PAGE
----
The Federal Reserve manages money supply in an effort to find a happy medium between economic growth and inflation. There are several ways in which the Fed takes steps to control the money supply. The method that most people know the best is the Fed's decisions about the levels of overnight lending rates like the federal funds rate and the discount rate. By raising short-term interest rates, the Fed discourages spending and tightens the money supply; lowering short-term rates has the opposite effect, discouraging saving and thereby increasing the money supply.

However, the Fed uses two other methods that aren't as well-known. First, the Fed regularly buys and sells Treasury securities on the open market. When the Fed buys a Treasury security, the cash it uses to purchase the security increases the amount of money in the overall economy. Similarly, if the Fed sells a Treasury security, the cash it receives for the security is removed from the system; the security isn't included in the money supply, but instead treated as an investment.

The second way the Fed can change money supply is by changing the levels of monetary reserves it requires all American banks to hold. By increasing the reserve requirements, the Fed can force banks to take money out of the economy. On the other hand, the Fed can also decrease required reserves, freeing up money for banks to lend and thereby increasing the available supply of money.

In evaluating the Fed's job of managing money supply, it's difficult to reach a consensus. Some commentators credit the Fed's management of money supply as a key element in the steady growth of the American economy over the past 25 years, while others blame the stock market bubble of the late 1990s and its subsequent burst in 2000 and 2001 on the excessive liquidity levels in the economy. In addition, economists disagree about what money supply goals are optimal for economic prosperity. Any target involves tradeoffs between those who benefit and those who suffer from a particular choice.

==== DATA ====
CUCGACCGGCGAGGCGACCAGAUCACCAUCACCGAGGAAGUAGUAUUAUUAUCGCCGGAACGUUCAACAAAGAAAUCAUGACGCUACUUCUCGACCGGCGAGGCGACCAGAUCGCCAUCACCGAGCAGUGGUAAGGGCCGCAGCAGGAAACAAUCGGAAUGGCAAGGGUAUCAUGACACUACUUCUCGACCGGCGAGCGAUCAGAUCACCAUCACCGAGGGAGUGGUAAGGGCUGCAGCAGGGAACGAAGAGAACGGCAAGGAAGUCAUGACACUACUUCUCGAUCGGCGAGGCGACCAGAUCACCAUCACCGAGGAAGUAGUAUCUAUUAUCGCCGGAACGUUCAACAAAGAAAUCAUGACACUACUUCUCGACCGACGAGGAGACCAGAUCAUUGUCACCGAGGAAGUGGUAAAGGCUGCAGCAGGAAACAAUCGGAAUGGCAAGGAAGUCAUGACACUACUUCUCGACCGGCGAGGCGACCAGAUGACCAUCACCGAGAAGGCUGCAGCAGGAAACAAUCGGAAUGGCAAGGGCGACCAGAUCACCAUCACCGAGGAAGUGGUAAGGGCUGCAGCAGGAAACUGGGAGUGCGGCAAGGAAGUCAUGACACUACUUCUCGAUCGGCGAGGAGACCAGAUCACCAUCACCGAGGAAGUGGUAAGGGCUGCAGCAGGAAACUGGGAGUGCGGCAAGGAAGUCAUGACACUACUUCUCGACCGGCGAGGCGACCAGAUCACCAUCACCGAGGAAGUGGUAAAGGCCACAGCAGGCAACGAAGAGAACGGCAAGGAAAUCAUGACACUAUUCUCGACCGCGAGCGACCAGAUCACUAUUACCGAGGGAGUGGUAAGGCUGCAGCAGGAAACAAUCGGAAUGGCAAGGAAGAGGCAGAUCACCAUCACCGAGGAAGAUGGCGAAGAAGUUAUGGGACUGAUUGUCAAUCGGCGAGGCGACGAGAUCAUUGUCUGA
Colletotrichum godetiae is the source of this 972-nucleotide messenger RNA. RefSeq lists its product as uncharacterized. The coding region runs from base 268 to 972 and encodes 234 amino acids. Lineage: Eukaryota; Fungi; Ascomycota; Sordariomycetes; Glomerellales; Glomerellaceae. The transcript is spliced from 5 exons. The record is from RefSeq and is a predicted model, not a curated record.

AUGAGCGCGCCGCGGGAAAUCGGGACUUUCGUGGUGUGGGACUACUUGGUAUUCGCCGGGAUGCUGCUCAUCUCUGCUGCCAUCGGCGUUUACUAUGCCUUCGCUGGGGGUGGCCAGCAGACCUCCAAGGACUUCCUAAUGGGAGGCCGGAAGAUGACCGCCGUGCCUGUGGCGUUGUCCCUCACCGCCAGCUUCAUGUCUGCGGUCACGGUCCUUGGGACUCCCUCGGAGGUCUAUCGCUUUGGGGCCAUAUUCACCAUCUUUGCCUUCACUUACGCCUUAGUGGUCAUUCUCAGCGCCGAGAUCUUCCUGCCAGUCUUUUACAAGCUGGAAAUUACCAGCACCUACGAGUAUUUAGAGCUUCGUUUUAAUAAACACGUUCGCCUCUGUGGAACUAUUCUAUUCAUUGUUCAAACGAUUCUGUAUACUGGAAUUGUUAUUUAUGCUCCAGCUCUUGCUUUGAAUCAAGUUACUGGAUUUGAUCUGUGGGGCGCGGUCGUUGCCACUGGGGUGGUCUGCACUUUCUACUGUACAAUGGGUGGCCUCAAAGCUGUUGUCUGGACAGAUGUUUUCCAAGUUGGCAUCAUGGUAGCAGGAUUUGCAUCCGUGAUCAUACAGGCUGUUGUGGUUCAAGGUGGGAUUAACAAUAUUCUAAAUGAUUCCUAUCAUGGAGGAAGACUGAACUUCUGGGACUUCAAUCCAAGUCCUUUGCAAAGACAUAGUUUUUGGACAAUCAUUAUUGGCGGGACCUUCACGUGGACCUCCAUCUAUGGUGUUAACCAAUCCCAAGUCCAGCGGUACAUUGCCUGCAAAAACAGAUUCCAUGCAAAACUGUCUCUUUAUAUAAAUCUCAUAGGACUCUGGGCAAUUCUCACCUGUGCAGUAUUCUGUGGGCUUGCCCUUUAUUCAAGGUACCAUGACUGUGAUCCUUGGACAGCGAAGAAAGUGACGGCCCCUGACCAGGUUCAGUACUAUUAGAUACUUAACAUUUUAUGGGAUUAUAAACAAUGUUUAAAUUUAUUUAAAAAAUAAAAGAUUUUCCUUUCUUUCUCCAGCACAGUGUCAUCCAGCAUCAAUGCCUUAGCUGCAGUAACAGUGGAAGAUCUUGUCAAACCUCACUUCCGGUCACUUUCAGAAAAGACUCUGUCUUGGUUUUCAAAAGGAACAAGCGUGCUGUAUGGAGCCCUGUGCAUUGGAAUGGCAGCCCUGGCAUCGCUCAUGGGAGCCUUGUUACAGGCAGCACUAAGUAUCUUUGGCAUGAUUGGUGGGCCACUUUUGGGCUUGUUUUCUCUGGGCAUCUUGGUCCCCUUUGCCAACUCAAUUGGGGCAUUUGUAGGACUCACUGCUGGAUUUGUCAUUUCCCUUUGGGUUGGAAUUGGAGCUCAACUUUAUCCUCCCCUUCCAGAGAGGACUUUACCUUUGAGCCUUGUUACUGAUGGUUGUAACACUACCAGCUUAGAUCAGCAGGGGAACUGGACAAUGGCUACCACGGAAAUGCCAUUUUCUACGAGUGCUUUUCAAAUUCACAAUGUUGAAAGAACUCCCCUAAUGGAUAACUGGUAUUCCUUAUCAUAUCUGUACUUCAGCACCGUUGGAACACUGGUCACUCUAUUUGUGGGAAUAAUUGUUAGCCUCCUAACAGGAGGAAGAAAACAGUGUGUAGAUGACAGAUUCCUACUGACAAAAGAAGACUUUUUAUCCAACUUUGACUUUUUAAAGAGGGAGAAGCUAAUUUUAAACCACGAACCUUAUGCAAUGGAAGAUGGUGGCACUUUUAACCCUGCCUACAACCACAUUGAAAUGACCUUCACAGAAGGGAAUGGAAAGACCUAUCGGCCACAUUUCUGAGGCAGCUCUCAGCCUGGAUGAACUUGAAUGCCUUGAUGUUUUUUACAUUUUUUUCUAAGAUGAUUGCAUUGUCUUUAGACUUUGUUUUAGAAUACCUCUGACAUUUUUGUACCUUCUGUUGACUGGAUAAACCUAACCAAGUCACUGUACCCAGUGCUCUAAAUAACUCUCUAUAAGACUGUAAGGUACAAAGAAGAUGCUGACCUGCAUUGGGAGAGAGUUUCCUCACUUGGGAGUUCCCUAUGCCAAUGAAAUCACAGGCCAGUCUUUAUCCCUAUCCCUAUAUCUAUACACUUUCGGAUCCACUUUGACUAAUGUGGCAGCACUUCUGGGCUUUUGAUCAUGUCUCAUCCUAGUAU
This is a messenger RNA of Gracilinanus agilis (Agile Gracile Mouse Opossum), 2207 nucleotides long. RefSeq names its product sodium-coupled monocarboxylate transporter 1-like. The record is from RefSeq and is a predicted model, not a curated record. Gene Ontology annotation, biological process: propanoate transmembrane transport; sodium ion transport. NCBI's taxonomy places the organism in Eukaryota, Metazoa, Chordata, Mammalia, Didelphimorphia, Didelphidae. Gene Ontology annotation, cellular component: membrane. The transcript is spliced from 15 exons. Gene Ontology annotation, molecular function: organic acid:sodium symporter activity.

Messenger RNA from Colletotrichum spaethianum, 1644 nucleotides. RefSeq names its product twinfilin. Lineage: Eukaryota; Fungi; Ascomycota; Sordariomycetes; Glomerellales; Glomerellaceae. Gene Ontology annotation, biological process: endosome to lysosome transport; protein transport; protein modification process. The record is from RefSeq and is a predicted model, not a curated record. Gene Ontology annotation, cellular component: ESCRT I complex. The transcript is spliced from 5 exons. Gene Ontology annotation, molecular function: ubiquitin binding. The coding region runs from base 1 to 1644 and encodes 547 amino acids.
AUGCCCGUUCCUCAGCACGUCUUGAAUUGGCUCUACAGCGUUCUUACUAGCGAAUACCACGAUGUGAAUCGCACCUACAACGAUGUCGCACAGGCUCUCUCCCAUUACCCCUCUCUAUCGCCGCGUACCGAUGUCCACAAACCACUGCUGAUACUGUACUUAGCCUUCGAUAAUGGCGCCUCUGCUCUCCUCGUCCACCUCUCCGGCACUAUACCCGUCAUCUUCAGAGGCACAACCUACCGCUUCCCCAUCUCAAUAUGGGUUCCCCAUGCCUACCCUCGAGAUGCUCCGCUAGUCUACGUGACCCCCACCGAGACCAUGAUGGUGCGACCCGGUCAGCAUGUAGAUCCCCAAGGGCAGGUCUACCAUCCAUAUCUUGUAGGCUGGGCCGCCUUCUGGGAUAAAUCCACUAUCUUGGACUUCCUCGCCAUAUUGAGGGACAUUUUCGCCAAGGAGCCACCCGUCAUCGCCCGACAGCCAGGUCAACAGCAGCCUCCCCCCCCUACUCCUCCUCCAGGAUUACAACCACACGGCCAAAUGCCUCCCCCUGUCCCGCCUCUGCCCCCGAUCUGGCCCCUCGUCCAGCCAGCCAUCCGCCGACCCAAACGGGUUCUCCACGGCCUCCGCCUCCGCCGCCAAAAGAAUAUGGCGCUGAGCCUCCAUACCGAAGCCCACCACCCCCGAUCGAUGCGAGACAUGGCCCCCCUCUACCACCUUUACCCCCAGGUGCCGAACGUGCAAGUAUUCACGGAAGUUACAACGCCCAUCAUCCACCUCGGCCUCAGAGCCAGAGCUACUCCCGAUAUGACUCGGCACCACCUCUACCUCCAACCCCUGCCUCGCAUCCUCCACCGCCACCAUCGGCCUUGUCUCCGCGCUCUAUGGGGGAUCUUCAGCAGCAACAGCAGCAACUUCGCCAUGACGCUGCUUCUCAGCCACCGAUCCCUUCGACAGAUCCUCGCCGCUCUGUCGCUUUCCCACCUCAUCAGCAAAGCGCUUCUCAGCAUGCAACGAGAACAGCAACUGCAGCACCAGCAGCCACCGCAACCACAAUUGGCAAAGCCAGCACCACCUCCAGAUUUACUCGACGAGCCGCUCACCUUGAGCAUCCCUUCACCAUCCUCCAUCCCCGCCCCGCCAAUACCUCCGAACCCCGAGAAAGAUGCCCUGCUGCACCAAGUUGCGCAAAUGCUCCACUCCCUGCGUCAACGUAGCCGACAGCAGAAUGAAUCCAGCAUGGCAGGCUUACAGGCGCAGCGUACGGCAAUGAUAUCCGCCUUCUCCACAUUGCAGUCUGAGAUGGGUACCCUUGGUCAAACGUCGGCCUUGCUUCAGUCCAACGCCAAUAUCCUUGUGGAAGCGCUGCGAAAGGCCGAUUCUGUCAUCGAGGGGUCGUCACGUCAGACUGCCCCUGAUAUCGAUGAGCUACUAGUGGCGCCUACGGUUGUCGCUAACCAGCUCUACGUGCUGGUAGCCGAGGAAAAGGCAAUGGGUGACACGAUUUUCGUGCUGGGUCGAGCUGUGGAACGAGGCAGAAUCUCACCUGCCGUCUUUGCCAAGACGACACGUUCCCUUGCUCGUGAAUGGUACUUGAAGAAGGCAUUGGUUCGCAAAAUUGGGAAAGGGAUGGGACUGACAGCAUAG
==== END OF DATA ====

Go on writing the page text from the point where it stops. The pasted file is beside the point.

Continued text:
In summary, while money supply figures rarely make the news, they represent an essential element of the U.S. economy. By reviewing money supply data, you can watch how the Fed is responding to economic conditions and gain insight into how active central-bank policy has major impacts on a country's economy.

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You can learn more about managing your own money supply withMotley Fool GreenLight. The Fool's own personal finance service will give you great advice to make the most of your money. Check it out by beginning your 30-day trial today.

Fool contributor Dan Caplinger wishes he had as much control over his money supply as the Fed does. He doesn't own shares of any of the companies mentioned in this article. The Fool's disclosure policy helps you find objective answers.


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Dan Caplinger
TMFGalagan

Dan Caplinger has been a contract writer for the Motley Fool since 2006. As the Fool's Director of Investment Planning, Dan oversees much of the personal-finance and investment-planning content published daily on Fool.com. With a background as an estate-planning attorney and independent financial consultant, Dan's articles are based on more than 20 years of experience from all angles of the financial world.